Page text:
Credit Cards: Help me find a card that will allow me to auto-pay the entire balance.
April 2, 2007 5:51 PM   Subscribe

Credit Card Filter: Help me find a card that let's me set auto-pay to pay off my full balance each month. My current cards only let me either auto-pay the minimum amount, or a specified dollar figure. No annual fees please.

I know I should be able to remember to log-in and pay it each month on time. But, what can I say? I don't! I've called a number of cards who say they'll do it, but when I push and try to get specific, it turns out they don't and I can't seem to find this using my trusty google b/c I just drown in credit card offers. I'm looking to save myself some late fees this way. Thanks!
posted by krudiger to Work & Money (21 answers total) 4 users marked this as a favorite
Any card from Chase will do this. You can pay the last statement balance, the current balance at the time the payment is due, the minimum payment, or an arbitrary amount.

I think Citi cards will too, but I have a couple cards from Chase and they both allow this.
posted by kindall at 6:09 PM on April 2, 2007

Maybe just get a calendar program? Google Calendar will alert you to do things on certain dates.
posted by DU at 6:10 PM on April 2, 2007

BofA and Chase have automatic payment options on their websites to pay off the entire previous statement balance.
Is that close enough? Do you actually need to pay off the full balance?
I don't have a balance on my Citi cards, and it complains about that when I try to check if I can set it up.
posted by yeoz at 6:11 PM on April 2, 2007

My Amazon Visa (from Chase) lets me deduct the full balance from my checking account on the very last day it's due (so I get maximum interest from my ING Direct checking account). Pretty handy. Of course you should at least browse your bill every month to make sure they're not pulling a fast one on you. I'm sure all Chase cards have the same deal. No annual fees on the Amazon card and you get gift certificates to said Internet Superstore every $2500 or so.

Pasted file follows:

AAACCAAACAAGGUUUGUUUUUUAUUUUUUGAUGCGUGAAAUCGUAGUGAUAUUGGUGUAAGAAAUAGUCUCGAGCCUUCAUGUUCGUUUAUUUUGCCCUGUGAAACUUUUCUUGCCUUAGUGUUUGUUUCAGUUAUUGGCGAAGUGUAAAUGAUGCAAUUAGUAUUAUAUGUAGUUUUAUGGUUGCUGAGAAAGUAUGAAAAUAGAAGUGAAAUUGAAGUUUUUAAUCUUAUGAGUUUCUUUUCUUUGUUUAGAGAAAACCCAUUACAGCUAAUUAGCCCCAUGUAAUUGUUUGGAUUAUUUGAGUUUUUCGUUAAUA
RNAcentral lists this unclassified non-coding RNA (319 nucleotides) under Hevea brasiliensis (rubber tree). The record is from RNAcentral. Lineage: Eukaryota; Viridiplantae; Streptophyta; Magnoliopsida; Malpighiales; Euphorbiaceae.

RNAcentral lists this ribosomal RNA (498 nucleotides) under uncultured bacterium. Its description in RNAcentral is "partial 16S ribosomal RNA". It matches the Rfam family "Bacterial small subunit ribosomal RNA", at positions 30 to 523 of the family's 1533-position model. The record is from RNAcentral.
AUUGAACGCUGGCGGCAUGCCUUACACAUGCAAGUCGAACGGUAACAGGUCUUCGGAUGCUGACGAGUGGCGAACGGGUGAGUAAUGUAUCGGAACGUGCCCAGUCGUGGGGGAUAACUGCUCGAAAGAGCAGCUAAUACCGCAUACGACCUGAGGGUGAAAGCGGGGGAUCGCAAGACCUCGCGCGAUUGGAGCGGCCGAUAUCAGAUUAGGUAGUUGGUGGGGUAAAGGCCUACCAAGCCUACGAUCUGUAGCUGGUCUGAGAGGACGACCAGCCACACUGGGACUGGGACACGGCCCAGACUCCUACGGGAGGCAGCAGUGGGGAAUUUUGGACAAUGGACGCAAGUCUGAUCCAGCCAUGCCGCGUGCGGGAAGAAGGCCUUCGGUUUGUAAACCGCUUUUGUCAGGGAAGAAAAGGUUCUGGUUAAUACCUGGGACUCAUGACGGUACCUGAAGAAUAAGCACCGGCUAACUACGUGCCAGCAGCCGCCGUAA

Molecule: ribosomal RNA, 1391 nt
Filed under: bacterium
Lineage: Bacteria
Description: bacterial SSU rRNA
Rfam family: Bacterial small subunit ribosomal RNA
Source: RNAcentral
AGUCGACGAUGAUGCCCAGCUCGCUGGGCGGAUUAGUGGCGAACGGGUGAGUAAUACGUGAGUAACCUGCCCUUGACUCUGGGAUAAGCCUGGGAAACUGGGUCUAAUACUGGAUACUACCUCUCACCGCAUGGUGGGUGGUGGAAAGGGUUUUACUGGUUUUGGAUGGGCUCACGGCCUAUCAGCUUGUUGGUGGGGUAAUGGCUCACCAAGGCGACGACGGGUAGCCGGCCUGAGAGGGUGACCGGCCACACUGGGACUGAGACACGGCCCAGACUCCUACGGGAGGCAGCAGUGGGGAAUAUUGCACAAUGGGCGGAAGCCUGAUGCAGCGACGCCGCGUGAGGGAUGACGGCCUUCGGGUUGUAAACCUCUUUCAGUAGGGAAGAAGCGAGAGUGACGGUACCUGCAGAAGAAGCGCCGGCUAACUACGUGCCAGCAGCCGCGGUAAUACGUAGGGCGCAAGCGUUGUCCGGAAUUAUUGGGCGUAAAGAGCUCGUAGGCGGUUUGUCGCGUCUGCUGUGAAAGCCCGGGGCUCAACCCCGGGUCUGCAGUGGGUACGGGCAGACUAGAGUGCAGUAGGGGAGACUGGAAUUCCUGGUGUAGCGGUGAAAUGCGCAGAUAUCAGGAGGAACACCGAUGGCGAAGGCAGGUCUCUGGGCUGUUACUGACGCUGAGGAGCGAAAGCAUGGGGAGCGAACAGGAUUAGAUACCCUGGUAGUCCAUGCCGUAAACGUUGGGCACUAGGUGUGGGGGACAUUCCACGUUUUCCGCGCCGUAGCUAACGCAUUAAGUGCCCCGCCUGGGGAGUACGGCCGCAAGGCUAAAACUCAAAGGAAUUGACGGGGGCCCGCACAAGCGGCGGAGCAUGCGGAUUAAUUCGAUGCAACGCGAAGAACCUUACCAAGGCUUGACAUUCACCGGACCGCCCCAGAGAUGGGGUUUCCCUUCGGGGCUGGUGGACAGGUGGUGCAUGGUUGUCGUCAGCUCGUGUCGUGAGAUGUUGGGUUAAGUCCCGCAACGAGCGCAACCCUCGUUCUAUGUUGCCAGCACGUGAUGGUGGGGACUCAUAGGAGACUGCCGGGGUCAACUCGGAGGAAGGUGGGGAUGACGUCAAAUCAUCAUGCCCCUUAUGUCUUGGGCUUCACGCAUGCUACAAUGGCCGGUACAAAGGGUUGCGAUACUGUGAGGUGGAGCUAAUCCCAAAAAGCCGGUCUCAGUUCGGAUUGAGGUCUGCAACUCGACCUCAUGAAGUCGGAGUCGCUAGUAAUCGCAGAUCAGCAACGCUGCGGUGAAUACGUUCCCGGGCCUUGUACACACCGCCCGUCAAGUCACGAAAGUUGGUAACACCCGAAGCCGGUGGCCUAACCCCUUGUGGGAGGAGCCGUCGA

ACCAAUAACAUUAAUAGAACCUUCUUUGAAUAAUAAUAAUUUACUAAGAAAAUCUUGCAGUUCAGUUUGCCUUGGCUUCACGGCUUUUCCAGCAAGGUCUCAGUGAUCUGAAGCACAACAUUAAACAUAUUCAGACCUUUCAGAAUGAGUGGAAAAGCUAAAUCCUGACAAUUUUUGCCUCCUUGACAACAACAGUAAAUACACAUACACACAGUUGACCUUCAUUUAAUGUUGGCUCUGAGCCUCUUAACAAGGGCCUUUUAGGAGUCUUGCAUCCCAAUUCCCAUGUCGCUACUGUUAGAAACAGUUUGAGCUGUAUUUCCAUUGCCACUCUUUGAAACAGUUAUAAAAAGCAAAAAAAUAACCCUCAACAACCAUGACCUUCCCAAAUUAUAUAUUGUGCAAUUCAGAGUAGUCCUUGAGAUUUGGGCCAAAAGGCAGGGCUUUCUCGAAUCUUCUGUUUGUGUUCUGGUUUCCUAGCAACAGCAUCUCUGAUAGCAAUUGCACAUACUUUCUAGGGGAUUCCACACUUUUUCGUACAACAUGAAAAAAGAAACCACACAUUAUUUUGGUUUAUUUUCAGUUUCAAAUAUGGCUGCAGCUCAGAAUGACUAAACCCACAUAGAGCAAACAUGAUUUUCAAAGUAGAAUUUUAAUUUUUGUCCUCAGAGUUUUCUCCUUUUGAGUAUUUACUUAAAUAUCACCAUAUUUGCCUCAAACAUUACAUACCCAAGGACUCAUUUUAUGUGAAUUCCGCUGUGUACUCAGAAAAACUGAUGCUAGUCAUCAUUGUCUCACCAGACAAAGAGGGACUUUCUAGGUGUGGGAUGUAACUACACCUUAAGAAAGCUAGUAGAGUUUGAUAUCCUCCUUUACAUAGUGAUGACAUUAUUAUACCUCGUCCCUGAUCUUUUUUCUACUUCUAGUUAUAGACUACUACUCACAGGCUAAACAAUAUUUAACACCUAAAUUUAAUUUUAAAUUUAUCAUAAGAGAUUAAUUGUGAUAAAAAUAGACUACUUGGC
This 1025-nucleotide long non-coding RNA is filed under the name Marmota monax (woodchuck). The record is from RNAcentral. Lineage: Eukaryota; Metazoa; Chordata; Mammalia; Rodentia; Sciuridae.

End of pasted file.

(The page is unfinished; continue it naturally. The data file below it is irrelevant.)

posted by berticus at 6:14 PM on April 2, 2007

Have you considered a debit card? Then there isn't any balance to pay off.
posted by Steven C. Den Beste at 6:20 PM on April 2, 2007

Wow. It blows my mind that any credit card would offer this service as it translates into a free loan that they are extending to you on a monthly basis. As Elizabeth Warren stated in her interview with Terry Gross, credit card companies call folks who pay off their credit card balance every month, "deadbeats."

We do pay off our credit cards monthly, and I've noticed that the credit card company occasionally changes the day of the month that our payments are due to try and trip us up. Once we are late with a payment, it takes at least another additional month to get back to paying zero interest. They really keep us on our toes. I don't know if you will ever be able to trust them to manage your payments completely.

(Why not a debit card? I don't care for the security risk if they are lost or stolen. So we don't have them. Just plain, old-fashioned ATM cards.)
posted by jeanmari at 6:38 PM on April 2, 2007

Wow. It blows my mind that any credit card would offer this service as it translates into a free loan that they are extending to you on a monthly basis.

Indeed. This is a relatively new feature for Chase, and it surprised me as well. I haven't had any problems with it after a few months of use. Perhaps they still make enough money on merchant fees to make us deadbeats worthwhile?
posted by berticus at 6:45 PM on April 2, 2007

My Northwest Airlines Visa card, issued by US Bank, does this. I haven't paid interest in years.

There is a $55 annual fee, but to me it's worth it for the long-term loans and free flights. I won't let them upgrade me to a gold card; don't need the extra credit and don't want the higher annual fees.
posted by bink at 7:16 PM on April 2, 2007

Response by poster: Thanks, Everyone. I hear you on the debit card suggestions, but ideally I wanted something that gave me some sort of limited rewards. Also, I read an article in the LA Times recently that talked about how credit cards are safer in terms of theft than debit.
posted by krudiger at 7:25 PM on April 2, 2007

BofA has it. Not only that, but when times get tough and you call them and ask them to turn it off, they say they'll turn it off and then several months later, your balances are still getting paid off.

It's totally delightful!